Background Current UK agendas for end of life care advocate ‘timely specialist palliative care’ and ‘effective’ hospices that are ‘responsive to people’s needs’. Hospices need to maintain capacity for admissions, whilst facing increasing demands from a rapidly growing, multimorbid, complex population. Hospices cannot afford to accommodate protracted lengths of stay. We aimed to identify patient and service factors associated with hospice in-patient longer lengths of stay (LLOS), 21 days to enhance our ability to provide quality, effective and equitable care.
Methods Mixed methods: Retrospective cohort review of all LLOS admissions in 2015, analysing sociodemographic and disease variables contrasted against a retrospective case-control analysis of admissions totalling 7–20 days. This was complemented by a retrospective case-control, thematic analysis of electronic patient records, to examine the patient journey throughout the duration of the hospice stay.
Results LLOS admissions accounted for 23%(76) of admissions to our hospice in 2015 (2342 bed days), median stay 28 days, 55% female, median age 69 years, 96% (73 admissions) referred for symptom control. Admission outcome: 38% (29) of patients discharged, of which 59% (17) had a new care arrangement following their stay.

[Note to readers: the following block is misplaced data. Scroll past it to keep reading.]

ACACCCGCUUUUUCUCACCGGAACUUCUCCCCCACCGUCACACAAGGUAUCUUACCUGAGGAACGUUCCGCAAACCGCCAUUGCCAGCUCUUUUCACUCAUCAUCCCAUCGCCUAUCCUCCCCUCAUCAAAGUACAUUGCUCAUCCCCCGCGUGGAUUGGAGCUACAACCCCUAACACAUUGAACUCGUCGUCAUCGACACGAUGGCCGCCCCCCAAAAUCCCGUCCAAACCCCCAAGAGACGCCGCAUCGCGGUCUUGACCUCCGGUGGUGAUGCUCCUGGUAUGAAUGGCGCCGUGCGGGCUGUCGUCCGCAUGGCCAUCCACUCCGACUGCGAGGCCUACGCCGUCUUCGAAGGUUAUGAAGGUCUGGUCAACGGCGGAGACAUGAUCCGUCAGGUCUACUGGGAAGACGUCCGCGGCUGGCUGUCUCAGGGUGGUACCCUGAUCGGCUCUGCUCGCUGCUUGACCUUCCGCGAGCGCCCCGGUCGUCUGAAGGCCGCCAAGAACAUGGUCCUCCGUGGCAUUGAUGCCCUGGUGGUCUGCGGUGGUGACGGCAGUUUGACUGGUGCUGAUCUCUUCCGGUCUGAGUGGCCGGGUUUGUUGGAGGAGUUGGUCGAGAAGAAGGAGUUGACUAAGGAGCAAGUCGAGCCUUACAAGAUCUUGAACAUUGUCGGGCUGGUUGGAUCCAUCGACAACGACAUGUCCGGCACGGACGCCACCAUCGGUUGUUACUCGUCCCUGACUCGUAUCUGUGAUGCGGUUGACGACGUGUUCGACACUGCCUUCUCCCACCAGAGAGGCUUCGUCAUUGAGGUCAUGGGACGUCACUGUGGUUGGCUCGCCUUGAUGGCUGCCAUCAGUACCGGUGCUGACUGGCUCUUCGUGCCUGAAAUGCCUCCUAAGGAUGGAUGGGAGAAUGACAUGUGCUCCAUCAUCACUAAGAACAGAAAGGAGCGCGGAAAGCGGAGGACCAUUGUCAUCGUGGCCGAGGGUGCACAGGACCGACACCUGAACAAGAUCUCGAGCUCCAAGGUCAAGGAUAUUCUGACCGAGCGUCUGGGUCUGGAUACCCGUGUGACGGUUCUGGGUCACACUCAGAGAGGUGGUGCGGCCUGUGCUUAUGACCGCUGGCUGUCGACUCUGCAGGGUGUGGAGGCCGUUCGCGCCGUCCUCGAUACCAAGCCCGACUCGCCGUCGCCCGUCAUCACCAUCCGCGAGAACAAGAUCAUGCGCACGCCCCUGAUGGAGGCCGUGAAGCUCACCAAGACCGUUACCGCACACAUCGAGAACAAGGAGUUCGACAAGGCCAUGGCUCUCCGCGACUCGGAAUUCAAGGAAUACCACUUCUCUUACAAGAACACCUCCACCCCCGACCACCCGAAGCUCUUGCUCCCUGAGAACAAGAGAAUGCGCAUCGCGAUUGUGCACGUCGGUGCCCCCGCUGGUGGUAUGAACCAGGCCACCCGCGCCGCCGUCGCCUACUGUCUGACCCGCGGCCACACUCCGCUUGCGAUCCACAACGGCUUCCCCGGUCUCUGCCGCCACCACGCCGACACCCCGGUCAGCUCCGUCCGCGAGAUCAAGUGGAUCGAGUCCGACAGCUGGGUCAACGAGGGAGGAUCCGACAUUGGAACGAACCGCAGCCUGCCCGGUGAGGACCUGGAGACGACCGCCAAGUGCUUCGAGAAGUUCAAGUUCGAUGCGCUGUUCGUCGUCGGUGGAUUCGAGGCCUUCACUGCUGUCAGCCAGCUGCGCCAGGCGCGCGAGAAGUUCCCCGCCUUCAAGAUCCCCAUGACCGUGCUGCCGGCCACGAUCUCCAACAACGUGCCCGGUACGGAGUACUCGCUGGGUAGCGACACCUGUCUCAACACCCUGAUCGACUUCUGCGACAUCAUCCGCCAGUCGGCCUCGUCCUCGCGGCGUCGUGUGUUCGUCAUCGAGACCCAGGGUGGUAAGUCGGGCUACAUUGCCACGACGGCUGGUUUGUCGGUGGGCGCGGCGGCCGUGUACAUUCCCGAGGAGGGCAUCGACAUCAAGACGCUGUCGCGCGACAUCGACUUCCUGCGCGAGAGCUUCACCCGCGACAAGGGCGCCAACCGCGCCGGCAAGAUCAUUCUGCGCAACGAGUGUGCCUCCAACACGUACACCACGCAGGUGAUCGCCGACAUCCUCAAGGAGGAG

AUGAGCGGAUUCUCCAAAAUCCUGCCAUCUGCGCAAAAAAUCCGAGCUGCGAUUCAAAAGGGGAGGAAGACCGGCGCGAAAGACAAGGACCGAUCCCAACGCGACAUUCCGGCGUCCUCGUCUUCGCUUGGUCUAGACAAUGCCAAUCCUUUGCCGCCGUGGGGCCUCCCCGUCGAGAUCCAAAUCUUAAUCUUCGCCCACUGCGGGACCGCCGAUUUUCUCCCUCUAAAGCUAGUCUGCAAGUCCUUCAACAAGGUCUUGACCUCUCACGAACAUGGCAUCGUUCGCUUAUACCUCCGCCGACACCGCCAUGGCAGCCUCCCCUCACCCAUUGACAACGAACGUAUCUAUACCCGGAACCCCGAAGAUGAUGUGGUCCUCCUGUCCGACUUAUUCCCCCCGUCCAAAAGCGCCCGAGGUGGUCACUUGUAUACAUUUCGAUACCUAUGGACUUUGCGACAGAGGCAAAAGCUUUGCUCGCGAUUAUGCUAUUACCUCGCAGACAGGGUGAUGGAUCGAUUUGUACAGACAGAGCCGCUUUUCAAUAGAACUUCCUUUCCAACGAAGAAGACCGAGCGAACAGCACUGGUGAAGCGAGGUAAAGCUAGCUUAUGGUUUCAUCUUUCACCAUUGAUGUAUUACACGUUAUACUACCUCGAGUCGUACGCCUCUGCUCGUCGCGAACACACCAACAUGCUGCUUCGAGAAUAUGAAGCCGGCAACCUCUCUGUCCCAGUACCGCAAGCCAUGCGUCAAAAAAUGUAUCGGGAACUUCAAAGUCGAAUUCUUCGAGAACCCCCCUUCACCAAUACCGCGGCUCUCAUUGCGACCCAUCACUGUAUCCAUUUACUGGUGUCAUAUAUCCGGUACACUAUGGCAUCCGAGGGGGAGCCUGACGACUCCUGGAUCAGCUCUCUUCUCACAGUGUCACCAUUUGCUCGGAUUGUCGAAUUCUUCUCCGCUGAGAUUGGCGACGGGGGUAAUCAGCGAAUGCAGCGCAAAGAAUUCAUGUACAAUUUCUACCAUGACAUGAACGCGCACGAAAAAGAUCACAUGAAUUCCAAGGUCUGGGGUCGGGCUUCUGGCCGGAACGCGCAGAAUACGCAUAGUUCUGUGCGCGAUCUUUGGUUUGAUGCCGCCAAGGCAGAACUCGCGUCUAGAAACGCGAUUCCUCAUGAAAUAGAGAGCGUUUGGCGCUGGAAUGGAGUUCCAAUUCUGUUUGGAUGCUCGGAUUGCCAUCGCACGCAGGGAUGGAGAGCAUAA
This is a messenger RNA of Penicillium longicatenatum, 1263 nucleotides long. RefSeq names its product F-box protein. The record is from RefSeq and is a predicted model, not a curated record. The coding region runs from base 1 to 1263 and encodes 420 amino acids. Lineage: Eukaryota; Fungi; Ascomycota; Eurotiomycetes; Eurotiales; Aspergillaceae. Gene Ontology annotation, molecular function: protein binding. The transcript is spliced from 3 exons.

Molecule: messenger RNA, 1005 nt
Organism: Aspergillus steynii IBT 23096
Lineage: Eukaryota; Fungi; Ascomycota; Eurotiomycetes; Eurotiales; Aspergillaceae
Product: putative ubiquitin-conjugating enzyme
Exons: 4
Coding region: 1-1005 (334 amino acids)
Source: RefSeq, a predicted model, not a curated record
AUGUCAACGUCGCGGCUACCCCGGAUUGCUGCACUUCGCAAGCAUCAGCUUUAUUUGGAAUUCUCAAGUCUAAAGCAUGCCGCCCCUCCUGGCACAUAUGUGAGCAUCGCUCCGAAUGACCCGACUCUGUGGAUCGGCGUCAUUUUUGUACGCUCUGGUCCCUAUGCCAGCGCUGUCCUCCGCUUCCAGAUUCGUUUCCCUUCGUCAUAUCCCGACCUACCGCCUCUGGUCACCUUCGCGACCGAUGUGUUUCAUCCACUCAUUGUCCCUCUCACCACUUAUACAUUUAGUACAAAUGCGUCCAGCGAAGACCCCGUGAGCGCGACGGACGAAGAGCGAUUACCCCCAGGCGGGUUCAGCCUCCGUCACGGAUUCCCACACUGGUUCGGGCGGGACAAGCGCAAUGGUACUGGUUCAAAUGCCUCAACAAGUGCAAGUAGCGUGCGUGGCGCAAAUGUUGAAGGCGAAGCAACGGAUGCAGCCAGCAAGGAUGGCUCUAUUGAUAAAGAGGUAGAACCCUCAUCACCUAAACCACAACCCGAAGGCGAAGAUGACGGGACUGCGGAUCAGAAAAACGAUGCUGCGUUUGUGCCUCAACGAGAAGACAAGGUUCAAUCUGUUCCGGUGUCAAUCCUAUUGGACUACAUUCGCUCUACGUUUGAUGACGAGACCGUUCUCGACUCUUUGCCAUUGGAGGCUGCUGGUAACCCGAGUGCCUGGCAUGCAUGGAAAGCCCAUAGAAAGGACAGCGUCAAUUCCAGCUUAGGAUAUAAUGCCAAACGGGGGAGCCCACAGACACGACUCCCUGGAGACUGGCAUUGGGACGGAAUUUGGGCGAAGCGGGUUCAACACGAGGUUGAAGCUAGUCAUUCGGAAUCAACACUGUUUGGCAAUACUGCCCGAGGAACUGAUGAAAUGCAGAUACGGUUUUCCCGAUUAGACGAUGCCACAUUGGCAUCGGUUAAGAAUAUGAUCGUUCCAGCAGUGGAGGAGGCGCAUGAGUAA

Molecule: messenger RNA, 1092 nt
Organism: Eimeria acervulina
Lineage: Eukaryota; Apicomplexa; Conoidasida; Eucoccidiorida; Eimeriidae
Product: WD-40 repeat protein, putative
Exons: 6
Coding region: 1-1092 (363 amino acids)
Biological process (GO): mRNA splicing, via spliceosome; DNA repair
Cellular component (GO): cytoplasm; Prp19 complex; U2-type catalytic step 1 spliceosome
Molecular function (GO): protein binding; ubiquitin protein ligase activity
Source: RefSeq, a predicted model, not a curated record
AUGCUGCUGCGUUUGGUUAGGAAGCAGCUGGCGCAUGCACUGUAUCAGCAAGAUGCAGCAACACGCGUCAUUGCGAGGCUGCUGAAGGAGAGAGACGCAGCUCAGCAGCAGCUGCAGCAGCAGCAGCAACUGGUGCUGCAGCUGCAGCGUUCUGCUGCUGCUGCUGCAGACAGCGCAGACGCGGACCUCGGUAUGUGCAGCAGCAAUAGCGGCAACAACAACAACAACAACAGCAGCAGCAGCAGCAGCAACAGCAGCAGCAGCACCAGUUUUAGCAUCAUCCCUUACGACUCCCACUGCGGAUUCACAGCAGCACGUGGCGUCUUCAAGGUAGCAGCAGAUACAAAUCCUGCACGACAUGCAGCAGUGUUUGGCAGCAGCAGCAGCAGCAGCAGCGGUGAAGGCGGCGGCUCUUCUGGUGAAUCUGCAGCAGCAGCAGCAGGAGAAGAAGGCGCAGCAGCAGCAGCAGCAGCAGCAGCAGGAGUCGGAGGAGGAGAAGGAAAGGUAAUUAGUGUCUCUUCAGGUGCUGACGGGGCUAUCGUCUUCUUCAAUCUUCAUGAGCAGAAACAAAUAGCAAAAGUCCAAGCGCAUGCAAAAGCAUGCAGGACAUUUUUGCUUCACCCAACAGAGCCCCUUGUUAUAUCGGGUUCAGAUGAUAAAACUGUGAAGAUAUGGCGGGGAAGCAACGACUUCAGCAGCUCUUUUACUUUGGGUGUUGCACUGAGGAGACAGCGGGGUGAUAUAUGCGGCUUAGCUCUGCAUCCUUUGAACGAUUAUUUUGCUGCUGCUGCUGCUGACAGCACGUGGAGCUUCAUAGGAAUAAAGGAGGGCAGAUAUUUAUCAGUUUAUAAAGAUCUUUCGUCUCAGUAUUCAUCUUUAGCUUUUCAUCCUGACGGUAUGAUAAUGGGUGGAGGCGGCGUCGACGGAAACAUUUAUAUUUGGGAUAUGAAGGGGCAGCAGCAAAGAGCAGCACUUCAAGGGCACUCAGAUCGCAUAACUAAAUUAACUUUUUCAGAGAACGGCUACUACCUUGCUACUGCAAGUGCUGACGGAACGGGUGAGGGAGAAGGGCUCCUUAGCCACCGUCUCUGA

No significant findings when analysing the following against LLOS admissions and admission outcome: Patient age, gender, primary diagnosis, number of comorbidities, presence of formal social care support, and permanent residence.
Thematic analysis identified 4 overarching themes implicated in LLOS: Uncertainty, In-house interventions, clinical and social complexity. This analysis emphasised, in particular, the interplay between communicating and managing uncertainty and social complexity.
Conclusion Our results would suggest that there are no sociodemographic or disease factors associated with LLOS. Thematic analysis provides an alternative and successful method of service evaluation. Thematic results emphasise the need for research into managing complexity and uncertainty in addition to highlighting the fact that our growing capacity to provide in-house interventions comes, ultimately, at a cost to bed availability.
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